Based on a bestseller by Spanish novelist Almudena Grandes, “Malena Is a Name From a Tango” is a well-intentioned, provocatively moralizing women’s pic that ends up as second-rate melodrama. A strong central perf by Ariadna Gil (“Belle Epoque”) and an affecting exploration of a mother-child relationship are among the worthwhile things about the film. But despite quality production values, a rising star in Gil and strong opening B.O. at home, producer Gerardo Herrero’s third pic as a director is unlikely to make offshore auds dance, given its lack of bignames and locally specific version of feminism.
Pic is apparently directed at Spanish women brought up at the end of the repressive Franco dictatorship who are struggling to adapt to a newly liberalized society. It centers on sulky Malena (Gil), a victimized ugly duckling from a well-to-do family who spends her time trying to wriggle free of the influence of perfect older sister Reina (legit actress Marta Belaustegui, playing to the back row in her firstpic). The family has a troubled history, and there’s much Catholic talk of “bad blood.”
Malena tries to carve herself a niche by hating her sister, sleeping around, swearing a lot and keeping a diary. Her rebelliousness, however, is only skin deep. After ill-fated relationships with unappealing hardbodies Fernando (Carlos Lopez) and Agustin (Jesus Ryman), she ends up married to and having a kid by decent-but-dull Santiago (Luis Fernando Alves). He then goes off and has an affair with Reina.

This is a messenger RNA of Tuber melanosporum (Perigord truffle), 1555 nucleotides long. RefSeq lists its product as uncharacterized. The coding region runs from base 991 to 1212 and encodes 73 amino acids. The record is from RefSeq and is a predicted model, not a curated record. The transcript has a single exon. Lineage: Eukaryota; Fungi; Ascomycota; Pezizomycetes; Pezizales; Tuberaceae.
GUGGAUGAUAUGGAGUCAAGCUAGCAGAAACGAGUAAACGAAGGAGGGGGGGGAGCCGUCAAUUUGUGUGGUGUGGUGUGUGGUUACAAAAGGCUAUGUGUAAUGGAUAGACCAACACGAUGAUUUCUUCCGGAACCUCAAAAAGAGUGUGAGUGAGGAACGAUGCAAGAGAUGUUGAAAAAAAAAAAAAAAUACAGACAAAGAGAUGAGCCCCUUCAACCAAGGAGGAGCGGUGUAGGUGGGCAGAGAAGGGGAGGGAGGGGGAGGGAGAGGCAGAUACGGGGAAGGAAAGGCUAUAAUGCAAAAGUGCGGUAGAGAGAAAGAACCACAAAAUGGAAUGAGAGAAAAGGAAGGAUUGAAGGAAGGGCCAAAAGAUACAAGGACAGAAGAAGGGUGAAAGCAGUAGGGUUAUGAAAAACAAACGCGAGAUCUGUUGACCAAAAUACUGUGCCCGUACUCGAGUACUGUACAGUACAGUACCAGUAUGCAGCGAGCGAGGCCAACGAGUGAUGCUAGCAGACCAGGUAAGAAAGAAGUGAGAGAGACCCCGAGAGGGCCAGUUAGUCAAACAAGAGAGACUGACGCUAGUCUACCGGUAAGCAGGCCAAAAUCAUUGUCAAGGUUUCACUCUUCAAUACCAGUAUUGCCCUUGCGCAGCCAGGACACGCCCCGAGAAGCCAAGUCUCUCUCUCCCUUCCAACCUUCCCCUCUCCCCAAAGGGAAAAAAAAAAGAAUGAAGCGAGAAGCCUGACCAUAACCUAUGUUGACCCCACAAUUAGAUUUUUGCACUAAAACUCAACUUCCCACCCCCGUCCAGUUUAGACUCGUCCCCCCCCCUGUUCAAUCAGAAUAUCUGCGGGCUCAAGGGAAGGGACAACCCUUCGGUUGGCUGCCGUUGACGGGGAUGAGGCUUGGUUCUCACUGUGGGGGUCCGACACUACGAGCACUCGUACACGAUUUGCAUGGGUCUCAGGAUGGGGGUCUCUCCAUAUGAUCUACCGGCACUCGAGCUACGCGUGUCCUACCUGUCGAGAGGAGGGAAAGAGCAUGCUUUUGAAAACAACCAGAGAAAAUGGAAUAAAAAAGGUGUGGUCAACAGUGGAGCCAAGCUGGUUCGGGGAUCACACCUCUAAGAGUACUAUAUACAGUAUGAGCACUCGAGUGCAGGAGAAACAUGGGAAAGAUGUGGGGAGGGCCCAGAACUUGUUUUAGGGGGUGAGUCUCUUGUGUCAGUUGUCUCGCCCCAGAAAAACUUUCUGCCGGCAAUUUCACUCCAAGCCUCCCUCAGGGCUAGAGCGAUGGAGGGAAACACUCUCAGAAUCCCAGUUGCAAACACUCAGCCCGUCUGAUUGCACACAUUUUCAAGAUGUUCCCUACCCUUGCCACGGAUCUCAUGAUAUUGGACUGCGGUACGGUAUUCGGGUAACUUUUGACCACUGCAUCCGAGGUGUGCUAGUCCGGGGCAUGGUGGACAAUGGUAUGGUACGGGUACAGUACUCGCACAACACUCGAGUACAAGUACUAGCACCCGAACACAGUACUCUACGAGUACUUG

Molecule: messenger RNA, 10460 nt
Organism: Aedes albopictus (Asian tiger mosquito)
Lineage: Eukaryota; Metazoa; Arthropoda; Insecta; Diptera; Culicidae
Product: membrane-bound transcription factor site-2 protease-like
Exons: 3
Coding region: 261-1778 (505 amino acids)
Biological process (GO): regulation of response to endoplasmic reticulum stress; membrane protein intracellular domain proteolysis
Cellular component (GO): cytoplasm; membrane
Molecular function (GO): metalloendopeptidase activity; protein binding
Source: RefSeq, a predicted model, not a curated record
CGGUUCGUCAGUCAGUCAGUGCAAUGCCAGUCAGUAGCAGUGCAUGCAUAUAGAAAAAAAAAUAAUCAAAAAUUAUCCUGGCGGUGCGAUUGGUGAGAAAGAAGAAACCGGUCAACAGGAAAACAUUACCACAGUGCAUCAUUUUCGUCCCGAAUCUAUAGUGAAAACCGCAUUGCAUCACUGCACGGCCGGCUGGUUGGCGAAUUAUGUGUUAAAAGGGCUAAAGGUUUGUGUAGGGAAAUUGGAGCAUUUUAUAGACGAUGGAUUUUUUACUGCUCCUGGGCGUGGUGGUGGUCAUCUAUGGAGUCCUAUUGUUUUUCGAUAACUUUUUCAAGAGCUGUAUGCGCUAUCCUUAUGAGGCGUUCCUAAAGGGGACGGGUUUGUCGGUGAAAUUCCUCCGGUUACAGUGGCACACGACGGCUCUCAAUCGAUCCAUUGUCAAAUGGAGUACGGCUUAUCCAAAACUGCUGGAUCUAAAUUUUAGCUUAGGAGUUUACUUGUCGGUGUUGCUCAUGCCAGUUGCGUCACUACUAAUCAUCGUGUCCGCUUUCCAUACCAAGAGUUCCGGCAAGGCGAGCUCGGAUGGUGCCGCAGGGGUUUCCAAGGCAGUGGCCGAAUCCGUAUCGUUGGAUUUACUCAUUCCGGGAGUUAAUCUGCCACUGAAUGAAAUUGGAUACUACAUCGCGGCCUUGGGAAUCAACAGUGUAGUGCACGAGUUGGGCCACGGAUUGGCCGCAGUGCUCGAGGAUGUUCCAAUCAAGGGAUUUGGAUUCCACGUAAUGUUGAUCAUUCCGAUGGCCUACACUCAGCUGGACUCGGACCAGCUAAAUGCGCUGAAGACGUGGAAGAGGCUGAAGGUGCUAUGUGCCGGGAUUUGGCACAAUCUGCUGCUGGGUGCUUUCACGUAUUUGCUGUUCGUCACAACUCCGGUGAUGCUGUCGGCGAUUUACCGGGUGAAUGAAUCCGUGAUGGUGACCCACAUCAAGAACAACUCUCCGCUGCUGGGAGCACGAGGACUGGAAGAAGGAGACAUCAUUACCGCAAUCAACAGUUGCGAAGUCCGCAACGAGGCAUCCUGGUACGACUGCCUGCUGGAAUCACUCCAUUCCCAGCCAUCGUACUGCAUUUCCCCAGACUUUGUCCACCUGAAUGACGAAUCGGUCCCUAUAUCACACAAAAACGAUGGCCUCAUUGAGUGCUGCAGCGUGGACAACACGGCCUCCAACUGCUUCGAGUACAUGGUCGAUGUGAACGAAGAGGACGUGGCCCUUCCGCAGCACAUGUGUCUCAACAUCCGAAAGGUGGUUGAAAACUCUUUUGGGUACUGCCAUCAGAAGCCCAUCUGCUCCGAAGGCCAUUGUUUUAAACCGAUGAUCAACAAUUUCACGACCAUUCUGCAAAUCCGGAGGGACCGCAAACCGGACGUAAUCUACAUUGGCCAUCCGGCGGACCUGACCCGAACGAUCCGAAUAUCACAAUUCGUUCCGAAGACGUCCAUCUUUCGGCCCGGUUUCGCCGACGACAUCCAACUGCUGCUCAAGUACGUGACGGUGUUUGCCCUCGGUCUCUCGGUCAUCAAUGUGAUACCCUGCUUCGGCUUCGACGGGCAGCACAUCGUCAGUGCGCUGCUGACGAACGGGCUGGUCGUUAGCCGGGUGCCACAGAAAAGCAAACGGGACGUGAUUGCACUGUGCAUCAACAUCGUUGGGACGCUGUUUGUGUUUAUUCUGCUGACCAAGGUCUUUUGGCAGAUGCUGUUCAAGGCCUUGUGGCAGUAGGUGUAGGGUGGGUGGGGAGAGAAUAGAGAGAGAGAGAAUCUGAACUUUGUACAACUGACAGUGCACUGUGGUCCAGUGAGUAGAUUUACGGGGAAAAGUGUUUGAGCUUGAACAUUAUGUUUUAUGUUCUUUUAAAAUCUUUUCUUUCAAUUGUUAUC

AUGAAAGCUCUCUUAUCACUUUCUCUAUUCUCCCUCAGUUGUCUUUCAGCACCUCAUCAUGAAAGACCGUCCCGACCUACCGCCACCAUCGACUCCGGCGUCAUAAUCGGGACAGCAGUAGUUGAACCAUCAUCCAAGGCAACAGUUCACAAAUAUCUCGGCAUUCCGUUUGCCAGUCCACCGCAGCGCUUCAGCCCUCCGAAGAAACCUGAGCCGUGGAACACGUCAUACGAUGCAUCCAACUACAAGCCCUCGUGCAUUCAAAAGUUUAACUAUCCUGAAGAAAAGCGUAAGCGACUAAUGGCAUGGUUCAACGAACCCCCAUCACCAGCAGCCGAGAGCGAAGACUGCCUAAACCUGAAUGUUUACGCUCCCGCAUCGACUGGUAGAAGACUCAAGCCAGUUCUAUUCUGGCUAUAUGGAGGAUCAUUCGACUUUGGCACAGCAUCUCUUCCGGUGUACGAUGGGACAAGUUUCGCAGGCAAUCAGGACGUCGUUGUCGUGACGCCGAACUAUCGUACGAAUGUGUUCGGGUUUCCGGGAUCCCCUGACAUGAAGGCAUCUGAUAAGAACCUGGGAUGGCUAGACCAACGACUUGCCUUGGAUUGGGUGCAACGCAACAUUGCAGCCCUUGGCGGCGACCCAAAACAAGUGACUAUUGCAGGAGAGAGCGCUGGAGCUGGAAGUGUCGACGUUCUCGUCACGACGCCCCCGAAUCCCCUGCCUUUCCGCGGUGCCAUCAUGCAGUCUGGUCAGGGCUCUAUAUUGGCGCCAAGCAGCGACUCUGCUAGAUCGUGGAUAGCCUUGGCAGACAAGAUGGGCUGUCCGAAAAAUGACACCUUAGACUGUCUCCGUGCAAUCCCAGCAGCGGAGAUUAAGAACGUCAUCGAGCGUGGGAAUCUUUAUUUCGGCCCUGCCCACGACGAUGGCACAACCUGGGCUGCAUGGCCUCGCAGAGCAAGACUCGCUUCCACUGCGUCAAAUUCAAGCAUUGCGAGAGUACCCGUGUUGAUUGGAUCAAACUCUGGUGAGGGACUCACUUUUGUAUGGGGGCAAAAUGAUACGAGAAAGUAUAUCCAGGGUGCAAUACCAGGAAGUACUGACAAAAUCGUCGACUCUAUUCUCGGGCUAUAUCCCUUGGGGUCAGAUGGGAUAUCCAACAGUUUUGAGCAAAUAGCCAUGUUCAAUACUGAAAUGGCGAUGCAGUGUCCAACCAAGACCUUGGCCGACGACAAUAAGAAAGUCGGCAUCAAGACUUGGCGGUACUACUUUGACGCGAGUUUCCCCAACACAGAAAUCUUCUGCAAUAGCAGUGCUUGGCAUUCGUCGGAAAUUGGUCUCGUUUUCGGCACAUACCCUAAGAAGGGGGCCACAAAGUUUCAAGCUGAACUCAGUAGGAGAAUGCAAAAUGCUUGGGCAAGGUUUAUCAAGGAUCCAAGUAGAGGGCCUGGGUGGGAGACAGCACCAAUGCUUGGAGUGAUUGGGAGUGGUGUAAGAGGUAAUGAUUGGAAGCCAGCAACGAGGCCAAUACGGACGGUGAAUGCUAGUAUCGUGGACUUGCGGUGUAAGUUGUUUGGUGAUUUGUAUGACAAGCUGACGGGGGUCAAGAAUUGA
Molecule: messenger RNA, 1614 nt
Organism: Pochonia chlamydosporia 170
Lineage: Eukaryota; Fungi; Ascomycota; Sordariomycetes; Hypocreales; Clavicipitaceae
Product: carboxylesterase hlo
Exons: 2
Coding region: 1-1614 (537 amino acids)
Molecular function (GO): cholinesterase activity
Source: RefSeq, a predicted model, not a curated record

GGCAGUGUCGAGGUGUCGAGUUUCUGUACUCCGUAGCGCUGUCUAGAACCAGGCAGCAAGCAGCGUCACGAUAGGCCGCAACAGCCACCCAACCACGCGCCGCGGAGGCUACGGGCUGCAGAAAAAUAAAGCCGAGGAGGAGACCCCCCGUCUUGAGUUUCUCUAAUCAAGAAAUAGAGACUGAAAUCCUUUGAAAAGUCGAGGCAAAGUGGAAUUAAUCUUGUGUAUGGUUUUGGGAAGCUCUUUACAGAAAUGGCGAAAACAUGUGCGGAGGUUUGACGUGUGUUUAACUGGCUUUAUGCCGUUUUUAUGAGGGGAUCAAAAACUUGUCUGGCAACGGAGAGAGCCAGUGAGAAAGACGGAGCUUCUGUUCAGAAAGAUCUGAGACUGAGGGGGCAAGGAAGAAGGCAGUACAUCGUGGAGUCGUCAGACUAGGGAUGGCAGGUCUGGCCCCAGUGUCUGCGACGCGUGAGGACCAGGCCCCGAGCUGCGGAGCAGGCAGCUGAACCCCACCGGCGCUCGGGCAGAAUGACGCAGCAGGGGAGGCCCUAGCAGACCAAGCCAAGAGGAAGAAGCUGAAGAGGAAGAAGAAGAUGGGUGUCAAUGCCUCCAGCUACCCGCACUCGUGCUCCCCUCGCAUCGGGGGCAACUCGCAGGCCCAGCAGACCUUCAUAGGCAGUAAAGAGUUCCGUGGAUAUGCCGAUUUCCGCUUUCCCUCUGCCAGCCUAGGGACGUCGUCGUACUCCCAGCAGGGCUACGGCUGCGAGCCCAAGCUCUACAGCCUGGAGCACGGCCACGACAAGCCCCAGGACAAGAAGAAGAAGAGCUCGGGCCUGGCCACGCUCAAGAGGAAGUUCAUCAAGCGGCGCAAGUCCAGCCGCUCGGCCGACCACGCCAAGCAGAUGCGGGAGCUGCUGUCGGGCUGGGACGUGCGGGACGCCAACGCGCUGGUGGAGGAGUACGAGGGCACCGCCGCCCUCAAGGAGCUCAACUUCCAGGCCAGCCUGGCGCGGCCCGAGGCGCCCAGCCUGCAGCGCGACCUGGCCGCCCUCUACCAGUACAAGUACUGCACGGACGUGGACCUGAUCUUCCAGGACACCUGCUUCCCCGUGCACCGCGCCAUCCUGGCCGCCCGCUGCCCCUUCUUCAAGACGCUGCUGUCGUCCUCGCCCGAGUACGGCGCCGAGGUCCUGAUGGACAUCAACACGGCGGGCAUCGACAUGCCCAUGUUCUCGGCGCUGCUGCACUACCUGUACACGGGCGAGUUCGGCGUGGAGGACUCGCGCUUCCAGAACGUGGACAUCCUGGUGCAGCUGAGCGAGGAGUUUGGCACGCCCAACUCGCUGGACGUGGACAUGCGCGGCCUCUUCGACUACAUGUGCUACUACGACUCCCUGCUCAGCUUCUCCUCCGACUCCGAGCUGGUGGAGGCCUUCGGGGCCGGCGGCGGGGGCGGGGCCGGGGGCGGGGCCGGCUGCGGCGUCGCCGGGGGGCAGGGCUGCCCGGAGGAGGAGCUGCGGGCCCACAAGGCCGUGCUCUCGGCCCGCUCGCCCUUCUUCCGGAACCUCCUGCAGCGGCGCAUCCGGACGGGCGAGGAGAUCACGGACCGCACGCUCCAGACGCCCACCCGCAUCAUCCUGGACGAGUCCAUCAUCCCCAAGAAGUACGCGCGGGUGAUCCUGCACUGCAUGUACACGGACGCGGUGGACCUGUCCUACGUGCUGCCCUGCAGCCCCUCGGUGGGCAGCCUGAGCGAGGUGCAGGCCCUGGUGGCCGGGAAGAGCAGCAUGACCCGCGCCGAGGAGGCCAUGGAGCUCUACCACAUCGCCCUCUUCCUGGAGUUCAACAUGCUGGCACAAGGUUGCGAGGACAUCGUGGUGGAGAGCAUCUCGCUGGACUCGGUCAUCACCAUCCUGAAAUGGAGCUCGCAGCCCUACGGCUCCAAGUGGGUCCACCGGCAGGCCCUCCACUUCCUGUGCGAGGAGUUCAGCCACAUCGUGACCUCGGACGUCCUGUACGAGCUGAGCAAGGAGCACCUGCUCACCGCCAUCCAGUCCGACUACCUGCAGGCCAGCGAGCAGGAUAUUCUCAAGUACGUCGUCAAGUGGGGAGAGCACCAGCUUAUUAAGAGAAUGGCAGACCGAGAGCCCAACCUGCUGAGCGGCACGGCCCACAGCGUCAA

After this predictable development, the film picks up slightly with an exploration of the relationship between Malena and her son, before concluding — apparently with no sense of irony — that the only way women can achieve self-realization is by having sex with men they’ve met 10 minutes earlier. Malena, it seems, has learned nothing from her premarital experiences.
A movie that appears to want to celebrate womanhood ends up confirming machista values. Climax is a tearful, dramatically unjustified fight between Malena and her sister.
Pic has the feel of a family album of life crises as the plot rushes from one of Malena’s errors to another without allowing any relationship to develop between the character and the viewer. The contents of Malena’s diary, for example, are withheld from the audience, and the dialogue by Senel Paz (who co-scripted the witty “Strawberry and Chocolate”) lacks the subtlety and tenderness that the subject demands.
Performances are all able, and tech credits, as always in Herrero’s movies, are excellent.